And that is what he calls us to do, pour out love like water over our neighbors in this community. The Christ window over our altar reaches in toward us, and also out toward the city of New Ulm. The light shines through the glass in both directions. Are we being bright enough in here to let Christ be seen out there?

What are you afraid of?

Make no mistake, there is risk involved. Accepting our place in the kingdom God is pleased to give us requires something of us. We cannot enter this kingdom half-heartedly. We must go all in. But isn’t that what Jesus has been saying to us all this time, since he first set his face toward Jerusalem?

Have no fear, little flock. It is your Father’s good pleasure to give you the Kingdom. In return, Christ urges you to give all you have and all you are to that kingdom, just as he gave all of himself for you to have it.

When we accept this great gift of the kingdom from God’s own hand, we come to know without doubt that it is God’s good pleasure to love us, to care for us, to give us all good things. And when we realize that, David Lose writes, “it’s a lot easier to give rather than hoard, live from a sense of courage rather than fear, operate out of a sense of abundance rather than scarcity.”[5]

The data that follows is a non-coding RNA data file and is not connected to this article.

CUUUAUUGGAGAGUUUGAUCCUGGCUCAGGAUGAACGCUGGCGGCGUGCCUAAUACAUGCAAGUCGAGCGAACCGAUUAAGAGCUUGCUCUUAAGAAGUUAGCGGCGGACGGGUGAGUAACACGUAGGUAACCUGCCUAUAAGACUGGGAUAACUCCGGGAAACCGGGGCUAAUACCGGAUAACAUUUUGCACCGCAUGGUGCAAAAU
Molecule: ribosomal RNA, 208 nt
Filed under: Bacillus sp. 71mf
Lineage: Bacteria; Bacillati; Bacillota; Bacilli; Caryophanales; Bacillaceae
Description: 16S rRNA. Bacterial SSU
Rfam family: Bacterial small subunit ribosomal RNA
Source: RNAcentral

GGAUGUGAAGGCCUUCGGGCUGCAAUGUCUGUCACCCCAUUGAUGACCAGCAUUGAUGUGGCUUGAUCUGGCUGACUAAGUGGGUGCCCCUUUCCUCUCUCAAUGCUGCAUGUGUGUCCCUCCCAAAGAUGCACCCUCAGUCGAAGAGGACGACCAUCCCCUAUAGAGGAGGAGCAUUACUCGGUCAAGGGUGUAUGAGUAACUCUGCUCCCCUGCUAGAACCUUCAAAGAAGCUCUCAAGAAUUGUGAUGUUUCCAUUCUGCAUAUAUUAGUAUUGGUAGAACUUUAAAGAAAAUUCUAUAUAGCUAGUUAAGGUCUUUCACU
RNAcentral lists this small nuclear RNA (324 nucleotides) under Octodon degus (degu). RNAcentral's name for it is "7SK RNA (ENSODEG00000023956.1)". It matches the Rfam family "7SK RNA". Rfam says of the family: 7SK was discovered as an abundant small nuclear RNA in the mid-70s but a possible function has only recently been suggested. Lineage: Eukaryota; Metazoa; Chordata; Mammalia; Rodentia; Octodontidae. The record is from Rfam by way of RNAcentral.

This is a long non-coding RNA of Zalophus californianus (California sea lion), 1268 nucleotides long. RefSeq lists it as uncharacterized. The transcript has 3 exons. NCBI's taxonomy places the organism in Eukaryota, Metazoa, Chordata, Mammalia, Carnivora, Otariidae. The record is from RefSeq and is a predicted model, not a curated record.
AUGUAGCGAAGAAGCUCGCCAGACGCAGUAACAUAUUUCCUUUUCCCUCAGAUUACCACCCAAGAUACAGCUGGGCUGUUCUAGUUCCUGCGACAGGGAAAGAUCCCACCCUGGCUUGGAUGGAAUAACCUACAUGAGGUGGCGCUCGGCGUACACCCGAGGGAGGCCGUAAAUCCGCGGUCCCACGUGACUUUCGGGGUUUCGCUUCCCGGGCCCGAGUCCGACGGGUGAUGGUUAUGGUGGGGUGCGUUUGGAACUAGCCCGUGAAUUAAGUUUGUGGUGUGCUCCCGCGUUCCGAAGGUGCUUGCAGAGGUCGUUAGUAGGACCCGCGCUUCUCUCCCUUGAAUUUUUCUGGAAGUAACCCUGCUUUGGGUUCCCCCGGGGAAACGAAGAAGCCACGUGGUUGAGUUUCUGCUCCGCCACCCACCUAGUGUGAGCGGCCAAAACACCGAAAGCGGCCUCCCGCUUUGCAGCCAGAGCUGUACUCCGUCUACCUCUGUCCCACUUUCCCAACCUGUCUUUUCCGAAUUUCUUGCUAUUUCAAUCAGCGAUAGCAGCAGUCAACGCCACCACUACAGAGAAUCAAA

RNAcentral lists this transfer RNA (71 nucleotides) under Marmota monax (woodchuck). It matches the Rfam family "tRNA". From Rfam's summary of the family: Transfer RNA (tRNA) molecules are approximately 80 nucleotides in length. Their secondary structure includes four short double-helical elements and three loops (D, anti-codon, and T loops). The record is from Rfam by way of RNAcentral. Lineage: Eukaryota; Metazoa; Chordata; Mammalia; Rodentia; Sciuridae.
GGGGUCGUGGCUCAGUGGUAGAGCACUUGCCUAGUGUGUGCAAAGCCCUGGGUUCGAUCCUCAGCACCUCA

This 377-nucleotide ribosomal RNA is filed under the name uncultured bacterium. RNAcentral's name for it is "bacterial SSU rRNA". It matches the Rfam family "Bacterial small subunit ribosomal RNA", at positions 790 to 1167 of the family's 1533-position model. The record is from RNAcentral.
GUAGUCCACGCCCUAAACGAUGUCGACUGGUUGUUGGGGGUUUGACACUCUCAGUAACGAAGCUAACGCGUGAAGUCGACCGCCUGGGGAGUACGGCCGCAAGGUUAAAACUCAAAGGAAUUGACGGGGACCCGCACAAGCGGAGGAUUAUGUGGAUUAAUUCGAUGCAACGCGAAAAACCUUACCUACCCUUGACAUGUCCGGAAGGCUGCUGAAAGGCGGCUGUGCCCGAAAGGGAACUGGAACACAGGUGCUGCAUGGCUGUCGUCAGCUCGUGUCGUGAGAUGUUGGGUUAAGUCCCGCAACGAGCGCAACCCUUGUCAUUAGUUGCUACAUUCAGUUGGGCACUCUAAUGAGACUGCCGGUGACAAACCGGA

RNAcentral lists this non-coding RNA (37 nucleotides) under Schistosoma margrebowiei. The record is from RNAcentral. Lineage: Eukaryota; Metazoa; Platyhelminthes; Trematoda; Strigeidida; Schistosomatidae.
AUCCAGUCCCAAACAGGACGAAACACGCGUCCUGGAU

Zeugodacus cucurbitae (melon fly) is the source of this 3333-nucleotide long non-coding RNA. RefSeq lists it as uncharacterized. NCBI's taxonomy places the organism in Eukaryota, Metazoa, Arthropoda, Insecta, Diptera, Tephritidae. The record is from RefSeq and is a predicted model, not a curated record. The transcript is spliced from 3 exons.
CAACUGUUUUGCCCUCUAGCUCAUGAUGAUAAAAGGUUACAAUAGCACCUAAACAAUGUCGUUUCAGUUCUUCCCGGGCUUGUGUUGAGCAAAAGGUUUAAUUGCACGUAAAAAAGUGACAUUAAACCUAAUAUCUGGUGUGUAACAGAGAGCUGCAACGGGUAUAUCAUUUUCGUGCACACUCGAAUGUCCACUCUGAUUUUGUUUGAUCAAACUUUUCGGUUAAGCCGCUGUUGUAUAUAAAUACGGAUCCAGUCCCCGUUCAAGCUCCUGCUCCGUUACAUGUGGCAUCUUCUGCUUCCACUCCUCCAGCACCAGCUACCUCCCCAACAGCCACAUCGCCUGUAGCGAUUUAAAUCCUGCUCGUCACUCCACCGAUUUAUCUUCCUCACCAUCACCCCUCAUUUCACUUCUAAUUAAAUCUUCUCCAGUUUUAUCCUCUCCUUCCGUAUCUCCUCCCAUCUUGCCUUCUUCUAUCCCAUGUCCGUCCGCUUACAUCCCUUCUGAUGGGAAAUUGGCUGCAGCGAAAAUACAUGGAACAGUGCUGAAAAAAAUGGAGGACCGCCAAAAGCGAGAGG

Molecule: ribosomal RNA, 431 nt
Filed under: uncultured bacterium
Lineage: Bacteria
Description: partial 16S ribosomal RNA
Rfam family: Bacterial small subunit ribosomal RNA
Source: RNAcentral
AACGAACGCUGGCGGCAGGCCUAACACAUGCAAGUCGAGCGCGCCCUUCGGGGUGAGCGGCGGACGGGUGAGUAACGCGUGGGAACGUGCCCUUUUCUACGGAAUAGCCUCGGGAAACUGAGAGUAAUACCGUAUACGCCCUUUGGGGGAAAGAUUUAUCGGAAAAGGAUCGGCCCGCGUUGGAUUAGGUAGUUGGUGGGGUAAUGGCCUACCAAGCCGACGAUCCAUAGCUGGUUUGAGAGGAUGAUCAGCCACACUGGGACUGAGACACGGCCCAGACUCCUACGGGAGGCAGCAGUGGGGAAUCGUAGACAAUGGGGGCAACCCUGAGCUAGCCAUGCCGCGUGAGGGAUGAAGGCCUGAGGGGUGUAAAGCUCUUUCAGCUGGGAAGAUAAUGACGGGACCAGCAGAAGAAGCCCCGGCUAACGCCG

This is how we prepare for Christ’s coming again. By giving – not just generously, but extravagantly, just as God gives to us. By serving – not just as needed, but whole-heartedly, looking for ways to reach others and share this good news.

We have no idea when Christ will appear. But we know he will. So we wait and work expectantly for that day, as if we were waiting expectantly for Christmas morning instead of dreading Doomsday. Have no fear, little flock, God’s pleasure is already being realized. The kingdom of God is here.

[1] https://andreas.com/poems.html

[2] Patricia Raube, http://magdalenesmusings.blogspot.com/2010/08/your-fathers-good-pleasure-sermon-on.html

[3] Luke 2:14

[4] Luke 3:22

[5] David Lose: http://www.davidlose.net/2019/08/pentecost-9-c-gods-good-pleasure/